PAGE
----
Though the immediacy of action seems more necessary today than ever before, Ms Kodmani expressed that for her Syria has been a desolate place for the last 50 years, with suppression of the people existing since the late sixties. Her own family fled to Europe crossing through Lebanon when she was a teenager following her father’s imprisonment. Thousands of Syrians, many highly qualified professionals have left the country in that time, including some 6,000 Syrian doctors in France; 2,000 in Britain; and 15,000 in the US. Their predecessors integrated easily, but now that the numbers of refugees have grown into the millions, there needs to be a serious strategy. Ms Kodmani asserted that the vast refugee camps in Jordan are more like concentration camps, with young people longing to flee.
Syrians on the ground have been able to organise their lives, and their level of community organisation is promising. With very few resources they are still functioning, but the question is how can we help them? Politicians have not taken responsibility and wait for the involvement of the US. For Europe, there is no choice. Politicians are defensive and fearful and yet at the same time we have seen among citizens huge movements of solidarity across Europe. It must be remembered that Syrians perceive Europe as a land of freedom, democracy and human rights, and so believe that in Europe they will be safe. This, Ms Kodmani stated, has been communicated by society but not by the governments.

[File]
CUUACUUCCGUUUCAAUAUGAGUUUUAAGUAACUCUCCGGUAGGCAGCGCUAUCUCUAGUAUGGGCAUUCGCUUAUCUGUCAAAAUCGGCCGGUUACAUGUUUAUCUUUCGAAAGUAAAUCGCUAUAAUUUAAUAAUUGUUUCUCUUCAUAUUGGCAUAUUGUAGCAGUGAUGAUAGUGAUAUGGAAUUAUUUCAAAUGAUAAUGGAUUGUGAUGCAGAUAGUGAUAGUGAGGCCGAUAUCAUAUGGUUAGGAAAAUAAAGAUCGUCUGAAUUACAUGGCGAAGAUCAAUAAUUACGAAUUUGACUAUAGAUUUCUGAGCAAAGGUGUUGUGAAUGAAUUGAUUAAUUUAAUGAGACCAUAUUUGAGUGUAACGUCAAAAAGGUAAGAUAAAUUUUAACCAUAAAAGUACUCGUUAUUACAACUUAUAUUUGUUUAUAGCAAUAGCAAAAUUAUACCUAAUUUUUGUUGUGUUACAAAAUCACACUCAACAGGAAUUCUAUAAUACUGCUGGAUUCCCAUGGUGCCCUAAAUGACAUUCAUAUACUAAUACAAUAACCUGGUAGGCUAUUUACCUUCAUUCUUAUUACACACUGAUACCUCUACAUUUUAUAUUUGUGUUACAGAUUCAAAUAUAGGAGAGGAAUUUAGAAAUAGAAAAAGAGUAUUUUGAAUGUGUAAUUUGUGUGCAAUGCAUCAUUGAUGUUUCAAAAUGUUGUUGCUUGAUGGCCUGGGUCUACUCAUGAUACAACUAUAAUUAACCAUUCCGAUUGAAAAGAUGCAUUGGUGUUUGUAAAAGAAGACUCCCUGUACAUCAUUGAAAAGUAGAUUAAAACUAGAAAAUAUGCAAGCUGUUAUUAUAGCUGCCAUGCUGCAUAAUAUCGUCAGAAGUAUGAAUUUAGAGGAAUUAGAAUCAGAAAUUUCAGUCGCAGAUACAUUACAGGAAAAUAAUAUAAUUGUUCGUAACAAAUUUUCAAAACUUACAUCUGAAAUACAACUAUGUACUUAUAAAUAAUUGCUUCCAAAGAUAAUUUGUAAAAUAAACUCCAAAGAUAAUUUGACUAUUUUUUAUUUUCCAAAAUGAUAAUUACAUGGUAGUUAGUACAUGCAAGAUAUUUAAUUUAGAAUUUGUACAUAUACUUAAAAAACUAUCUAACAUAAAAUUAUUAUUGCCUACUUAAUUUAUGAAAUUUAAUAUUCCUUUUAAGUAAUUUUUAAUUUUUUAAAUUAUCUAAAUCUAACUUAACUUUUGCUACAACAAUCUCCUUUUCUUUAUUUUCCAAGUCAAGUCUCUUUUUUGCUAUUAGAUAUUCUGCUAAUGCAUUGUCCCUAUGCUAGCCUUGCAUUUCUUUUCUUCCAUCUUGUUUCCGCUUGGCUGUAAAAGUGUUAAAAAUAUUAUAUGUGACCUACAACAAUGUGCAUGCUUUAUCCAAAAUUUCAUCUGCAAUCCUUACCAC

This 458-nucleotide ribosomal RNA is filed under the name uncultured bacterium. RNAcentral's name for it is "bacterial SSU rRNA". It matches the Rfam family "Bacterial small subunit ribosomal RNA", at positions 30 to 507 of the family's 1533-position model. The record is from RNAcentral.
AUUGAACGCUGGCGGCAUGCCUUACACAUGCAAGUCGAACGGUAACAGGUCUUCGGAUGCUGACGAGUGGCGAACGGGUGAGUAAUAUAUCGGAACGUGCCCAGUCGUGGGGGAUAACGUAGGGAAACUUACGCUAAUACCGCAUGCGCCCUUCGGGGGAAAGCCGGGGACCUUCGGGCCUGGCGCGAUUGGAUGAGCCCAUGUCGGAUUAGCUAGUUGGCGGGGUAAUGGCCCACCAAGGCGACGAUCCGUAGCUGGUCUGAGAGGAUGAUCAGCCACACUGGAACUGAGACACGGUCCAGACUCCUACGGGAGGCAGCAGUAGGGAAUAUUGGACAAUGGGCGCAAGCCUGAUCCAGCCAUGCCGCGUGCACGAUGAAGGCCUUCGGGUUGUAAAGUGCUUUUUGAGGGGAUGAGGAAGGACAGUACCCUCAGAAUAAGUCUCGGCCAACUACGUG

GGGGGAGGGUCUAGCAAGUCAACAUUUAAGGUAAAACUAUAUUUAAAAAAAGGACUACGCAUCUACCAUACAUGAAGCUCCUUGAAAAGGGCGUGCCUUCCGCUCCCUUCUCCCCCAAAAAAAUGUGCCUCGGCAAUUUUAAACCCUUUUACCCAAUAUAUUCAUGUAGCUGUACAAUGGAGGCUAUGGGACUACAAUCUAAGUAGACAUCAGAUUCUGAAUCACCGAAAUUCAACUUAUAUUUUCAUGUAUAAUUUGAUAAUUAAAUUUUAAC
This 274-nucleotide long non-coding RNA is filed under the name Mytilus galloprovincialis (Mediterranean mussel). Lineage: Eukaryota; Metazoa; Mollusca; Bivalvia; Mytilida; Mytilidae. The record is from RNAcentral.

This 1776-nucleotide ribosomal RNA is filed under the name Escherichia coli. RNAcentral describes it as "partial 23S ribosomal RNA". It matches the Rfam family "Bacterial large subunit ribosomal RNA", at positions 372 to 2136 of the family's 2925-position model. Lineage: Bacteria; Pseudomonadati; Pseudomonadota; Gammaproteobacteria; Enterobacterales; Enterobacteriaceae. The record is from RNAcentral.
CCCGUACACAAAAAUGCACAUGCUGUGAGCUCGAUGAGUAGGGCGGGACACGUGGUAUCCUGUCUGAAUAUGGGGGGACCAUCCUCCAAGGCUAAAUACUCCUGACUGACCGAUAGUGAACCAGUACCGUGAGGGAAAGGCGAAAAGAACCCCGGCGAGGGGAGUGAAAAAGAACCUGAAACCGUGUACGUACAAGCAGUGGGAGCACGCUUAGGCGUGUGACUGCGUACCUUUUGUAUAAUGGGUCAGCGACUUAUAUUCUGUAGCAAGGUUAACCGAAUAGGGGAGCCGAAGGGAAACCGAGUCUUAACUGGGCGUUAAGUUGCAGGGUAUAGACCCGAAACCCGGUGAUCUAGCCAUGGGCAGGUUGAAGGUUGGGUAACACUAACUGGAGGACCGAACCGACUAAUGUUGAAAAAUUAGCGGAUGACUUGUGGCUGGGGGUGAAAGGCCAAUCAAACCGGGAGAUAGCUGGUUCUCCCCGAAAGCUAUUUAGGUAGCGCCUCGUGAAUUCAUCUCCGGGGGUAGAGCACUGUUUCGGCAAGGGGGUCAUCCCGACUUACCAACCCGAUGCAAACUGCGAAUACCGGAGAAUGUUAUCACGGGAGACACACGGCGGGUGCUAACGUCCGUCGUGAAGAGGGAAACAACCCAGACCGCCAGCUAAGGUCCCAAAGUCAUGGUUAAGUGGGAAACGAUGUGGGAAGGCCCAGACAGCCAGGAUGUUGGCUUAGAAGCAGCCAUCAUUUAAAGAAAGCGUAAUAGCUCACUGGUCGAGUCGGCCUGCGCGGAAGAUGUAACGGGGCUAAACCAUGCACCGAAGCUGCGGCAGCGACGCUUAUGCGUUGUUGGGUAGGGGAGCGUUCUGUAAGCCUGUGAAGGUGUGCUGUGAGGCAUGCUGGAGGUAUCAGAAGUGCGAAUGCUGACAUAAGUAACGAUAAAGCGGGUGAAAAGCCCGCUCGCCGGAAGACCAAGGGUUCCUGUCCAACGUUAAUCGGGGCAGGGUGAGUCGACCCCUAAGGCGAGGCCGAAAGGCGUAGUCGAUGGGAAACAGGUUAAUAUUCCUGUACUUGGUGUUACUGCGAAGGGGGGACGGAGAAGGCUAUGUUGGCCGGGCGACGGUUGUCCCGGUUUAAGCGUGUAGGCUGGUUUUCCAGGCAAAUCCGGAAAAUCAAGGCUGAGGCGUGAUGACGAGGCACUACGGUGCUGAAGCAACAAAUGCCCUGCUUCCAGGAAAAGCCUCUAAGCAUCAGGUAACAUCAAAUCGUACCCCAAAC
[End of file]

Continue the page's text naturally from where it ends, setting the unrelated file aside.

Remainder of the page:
We need a strategy for the long term: We need to make sure Europe does not make it impossible for Syrians to study, to work, to live. Europe needs manpower and there is no contradiction between welcoming refugees and sustaining our own economy. At the same time, we must fight for the population within Syria, as one strategy for the current regime is to empty the country, they are happy for people to go. We must help Syrians stay and support education and economic and governmental organisation, because these people are intellectually and physically alive.
Before the conflict there were 24 million Syrians in Syria and 18 million in the diaspora. Since the conflict began there are a further 7 million Syrians outside of the country and another 10 million displaced. The existing diaspora should react, and develop its network and connections – this should be a strategy supported by governments.